What Black History Month Means to Me

3. Martin Luther King, Jr., a civil rights act...

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Dear Martin Luther King Jr.,

My parents used to have this comic strip when I was growing up and it was Dr. Martin Luther King Jr. speaking from the grave and asking this young child if the former slaves and former slave owners were sitting around the same table in a tale of brotherhood.

“No.” replied the young child.

Dr. Martin Luther King Jr. continued with his questioning: “Have the hills of Mississippi been transformed from the heat of injustice into an oasis of freedom and justice?”

“No.”

“Are my four little children living in a world where children are judged not by the color of their skin but by the content of the character?”

Confused the young child tilts her head and shrugs, “No.”

“So you mean to tell me all the little black boys and black girls have not joined hands with little white boys and white girls as sisters and brothers?”

“No.”

“Wake me up in another twenty years.” The tombstone of my parents’ comic strip designed to represent Dr. Martin Luther King Jr. says and then back into “Zzzzz” he goes.

The interesting thing is that now it’s about twenty years later and as I look around I am chagrined to say that if I stood at the foot of Dr. King’s tombstone he would most likely be asking me to wake him up in another twenty years. Not necessarily because his dream hasn’t come true but mainly because it has not come true in the way he imagined.

I’ll never forget my sophomore year in college when I was out with a group of friends. On the campus of Colorado State University the African-American population was 0.8% but as my brother so often joked, it could have been an all-Black campus for the way we bound together as a population and this particular evening was no different. We were all out on MLK weekend and the night before the march we’d gotten together to enjoy our last night before we had to report back to classes. As the night wore on one of our friends was stopped by the Fort Collins Police and within minutes a routine traffic turned into our friend down on the ground at the mercy of oversized boots and flailing billy clubs.  We stood helplessly by and half in hysteria as our worst nightmare came true in front of our face: our friend was being beaten by the police.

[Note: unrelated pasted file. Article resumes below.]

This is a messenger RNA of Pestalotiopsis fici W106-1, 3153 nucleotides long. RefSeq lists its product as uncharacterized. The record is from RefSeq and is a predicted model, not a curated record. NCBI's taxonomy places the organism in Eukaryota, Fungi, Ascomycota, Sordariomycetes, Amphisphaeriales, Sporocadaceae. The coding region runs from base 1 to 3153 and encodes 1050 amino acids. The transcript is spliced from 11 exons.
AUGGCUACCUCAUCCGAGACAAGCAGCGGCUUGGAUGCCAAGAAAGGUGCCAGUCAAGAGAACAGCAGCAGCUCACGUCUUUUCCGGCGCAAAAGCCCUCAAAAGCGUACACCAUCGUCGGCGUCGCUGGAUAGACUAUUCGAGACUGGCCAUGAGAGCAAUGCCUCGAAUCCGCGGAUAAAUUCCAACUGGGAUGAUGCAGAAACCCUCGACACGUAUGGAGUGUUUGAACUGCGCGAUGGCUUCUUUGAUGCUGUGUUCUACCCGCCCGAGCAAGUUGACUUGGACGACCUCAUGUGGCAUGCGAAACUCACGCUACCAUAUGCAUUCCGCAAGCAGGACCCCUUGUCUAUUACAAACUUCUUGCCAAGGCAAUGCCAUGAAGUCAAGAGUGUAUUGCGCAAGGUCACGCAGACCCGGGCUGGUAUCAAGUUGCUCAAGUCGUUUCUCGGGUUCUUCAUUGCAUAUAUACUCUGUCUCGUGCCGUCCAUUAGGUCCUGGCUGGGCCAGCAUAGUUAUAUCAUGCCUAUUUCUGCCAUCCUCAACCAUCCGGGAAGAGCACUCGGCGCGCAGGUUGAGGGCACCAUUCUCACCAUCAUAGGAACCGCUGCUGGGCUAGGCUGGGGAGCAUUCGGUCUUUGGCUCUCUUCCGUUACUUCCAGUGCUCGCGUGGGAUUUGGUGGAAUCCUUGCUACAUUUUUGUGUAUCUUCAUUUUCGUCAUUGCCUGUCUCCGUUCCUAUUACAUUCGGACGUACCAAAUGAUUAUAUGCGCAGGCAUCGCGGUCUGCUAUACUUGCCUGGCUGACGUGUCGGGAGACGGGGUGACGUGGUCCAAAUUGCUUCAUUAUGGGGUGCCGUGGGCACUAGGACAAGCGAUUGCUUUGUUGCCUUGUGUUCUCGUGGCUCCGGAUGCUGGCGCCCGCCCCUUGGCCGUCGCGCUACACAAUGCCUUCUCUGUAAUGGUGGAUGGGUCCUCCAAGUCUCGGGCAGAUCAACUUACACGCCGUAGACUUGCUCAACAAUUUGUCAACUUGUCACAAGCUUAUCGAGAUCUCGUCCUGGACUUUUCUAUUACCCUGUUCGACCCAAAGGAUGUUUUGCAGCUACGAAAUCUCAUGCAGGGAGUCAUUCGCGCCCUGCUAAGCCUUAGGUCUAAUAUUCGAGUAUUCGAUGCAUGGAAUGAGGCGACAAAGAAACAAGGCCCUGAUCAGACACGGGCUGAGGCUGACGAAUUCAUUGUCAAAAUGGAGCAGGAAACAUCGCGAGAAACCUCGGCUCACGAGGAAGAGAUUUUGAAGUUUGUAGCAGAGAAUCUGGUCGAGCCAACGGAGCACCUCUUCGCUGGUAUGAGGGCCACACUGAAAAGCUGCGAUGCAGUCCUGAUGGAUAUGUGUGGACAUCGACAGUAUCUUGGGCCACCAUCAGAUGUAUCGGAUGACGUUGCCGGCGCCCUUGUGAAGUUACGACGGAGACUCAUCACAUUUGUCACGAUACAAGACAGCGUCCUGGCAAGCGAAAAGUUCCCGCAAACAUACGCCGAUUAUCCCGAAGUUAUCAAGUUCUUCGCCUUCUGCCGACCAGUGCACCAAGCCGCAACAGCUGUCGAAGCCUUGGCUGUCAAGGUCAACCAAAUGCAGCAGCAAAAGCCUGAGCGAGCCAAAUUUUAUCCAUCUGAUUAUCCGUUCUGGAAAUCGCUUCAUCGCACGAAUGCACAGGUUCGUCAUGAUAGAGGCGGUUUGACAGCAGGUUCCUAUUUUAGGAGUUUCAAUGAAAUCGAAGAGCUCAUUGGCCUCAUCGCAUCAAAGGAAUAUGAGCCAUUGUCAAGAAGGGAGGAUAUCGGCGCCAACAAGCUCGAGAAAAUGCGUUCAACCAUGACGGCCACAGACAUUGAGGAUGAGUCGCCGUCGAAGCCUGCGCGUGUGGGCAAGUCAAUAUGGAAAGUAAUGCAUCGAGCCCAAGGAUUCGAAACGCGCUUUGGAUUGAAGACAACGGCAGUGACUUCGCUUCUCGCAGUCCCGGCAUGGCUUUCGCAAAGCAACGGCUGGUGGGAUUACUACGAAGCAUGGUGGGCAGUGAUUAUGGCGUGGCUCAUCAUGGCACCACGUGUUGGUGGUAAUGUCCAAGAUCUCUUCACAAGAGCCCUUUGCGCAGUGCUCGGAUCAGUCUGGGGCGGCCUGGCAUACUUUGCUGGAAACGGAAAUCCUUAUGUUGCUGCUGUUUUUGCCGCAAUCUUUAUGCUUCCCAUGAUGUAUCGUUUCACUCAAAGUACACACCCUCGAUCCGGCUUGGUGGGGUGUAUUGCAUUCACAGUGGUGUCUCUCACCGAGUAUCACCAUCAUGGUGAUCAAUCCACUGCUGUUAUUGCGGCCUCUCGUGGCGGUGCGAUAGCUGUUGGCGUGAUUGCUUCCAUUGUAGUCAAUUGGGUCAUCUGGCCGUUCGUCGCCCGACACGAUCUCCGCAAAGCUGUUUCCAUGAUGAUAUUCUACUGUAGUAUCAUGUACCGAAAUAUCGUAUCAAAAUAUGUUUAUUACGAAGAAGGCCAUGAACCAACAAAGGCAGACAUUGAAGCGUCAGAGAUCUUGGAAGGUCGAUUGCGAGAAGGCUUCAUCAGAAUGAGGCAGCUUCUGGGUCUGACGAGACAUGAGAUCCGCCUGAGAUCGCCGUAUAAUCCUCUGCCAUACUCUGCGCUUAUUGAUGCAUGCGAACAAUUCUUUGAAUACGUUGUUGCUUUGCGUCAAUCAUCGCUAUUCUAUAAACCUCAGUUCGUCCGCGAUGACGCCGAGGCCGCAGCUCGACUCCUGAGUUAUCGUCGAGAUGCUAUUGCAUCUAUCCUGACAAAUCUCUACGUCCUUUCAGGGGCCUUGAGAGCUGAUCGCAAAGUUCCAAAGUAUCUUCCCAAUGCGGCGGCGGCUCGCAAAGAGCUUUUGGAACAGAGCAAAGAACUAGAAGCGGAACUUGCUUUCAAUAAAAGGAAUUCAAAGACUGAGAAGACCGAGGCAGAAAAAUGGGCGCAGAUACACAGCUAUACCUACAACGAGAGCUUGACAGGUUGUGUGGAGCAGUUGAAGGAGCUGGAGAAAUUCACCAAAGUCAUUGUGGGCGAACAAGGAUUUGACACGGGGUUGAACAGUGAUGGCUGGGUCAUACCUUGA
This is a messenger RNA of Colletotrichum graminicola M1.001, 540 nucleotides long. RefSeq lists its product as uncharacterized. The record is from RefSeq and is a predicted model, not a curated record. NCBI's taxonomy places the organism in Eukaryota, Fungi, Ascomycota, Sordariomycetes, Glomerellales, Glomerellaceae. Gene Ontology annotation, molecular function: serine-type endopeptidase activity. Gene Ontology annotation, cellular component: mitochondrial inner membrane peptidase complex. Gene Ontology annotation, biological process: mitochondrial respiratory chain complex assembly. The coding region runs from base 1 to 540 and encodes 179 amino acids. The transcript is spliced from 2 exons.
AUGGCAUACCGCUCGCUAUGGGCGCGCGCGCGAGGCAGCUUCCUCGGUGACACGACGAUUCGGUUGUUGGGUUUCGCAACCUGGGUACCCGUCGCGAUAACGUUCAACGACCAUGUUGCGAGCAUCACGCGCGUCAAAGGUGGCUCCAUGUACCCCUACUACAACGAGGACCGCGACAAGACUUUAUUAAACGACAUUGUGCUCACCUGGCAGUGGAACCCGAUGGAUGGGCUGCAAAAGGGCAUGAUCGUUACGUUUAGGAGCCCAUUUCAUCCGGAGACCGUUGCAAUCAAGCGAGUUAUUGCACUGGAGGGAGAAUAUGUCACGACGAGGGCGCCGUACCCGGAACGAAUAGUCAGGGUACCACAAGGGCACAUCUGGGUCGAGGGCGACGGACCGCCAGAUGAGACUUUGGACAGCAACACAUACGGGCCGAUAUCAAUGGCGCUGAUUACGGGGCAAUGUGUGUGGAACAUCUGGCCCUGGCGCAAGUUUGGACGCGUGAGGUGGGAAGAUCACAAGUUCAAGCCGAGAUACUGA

The next day we marched to the steps of the provost office, at the time Al Yates was the African-American president of the University and we were just sure he would hear our cries as 400 African-American students stood on the steps of his office and chanted our disdain for the crime that had been committed against us.

Silence.

In chagrin, we marched for Dr. Martin Luther King Jr.’s birthday and the entire time I thought about what Black History Month means to me.

Black History Month means that all Americans will understand and appreciate the Black Americans who have contributed to American history. I don’t mean to be finicky but so many of the things Americans use every day or even take advantage of having wouldn’t be here without the contributions of a Black Man or a Black Woman. Black History Month means to me standing on the grave of a man who created Civil Rights, a man who was so committed to the equality of all men he went to jail, he tolerated abuse, he enrolled his family in his purpose and he eventually gave his life and being able to tell that man yes.

Yes, injustice has been transformed into justice.

Yes, we all sit around the table in brotherhood.

Yes, all the little black boys and the little black girls are holding hands with the little white girls and the little white girls.

Yes, Dr. Martin Luther King Jr. your dream has finally come true and the rights for every man and every woman that you’ve created have been granted and we are all living in civic union.

I would love to be able to say yes.

The entire month of February I will be dedicating it to African-American men and women who have made an impact on America. Men and women who have committed themselves to to the result of being human in an American society far above the reasons not to give their gifts and talents to America. I may not be able to say yes in the way I want to but I know this much is true: there were men and women who said yes when I’m sure they wanted to say no and it’s time we honor their yes.

Black History Month Means to me being able to say yes.

Love Always,

Sunny

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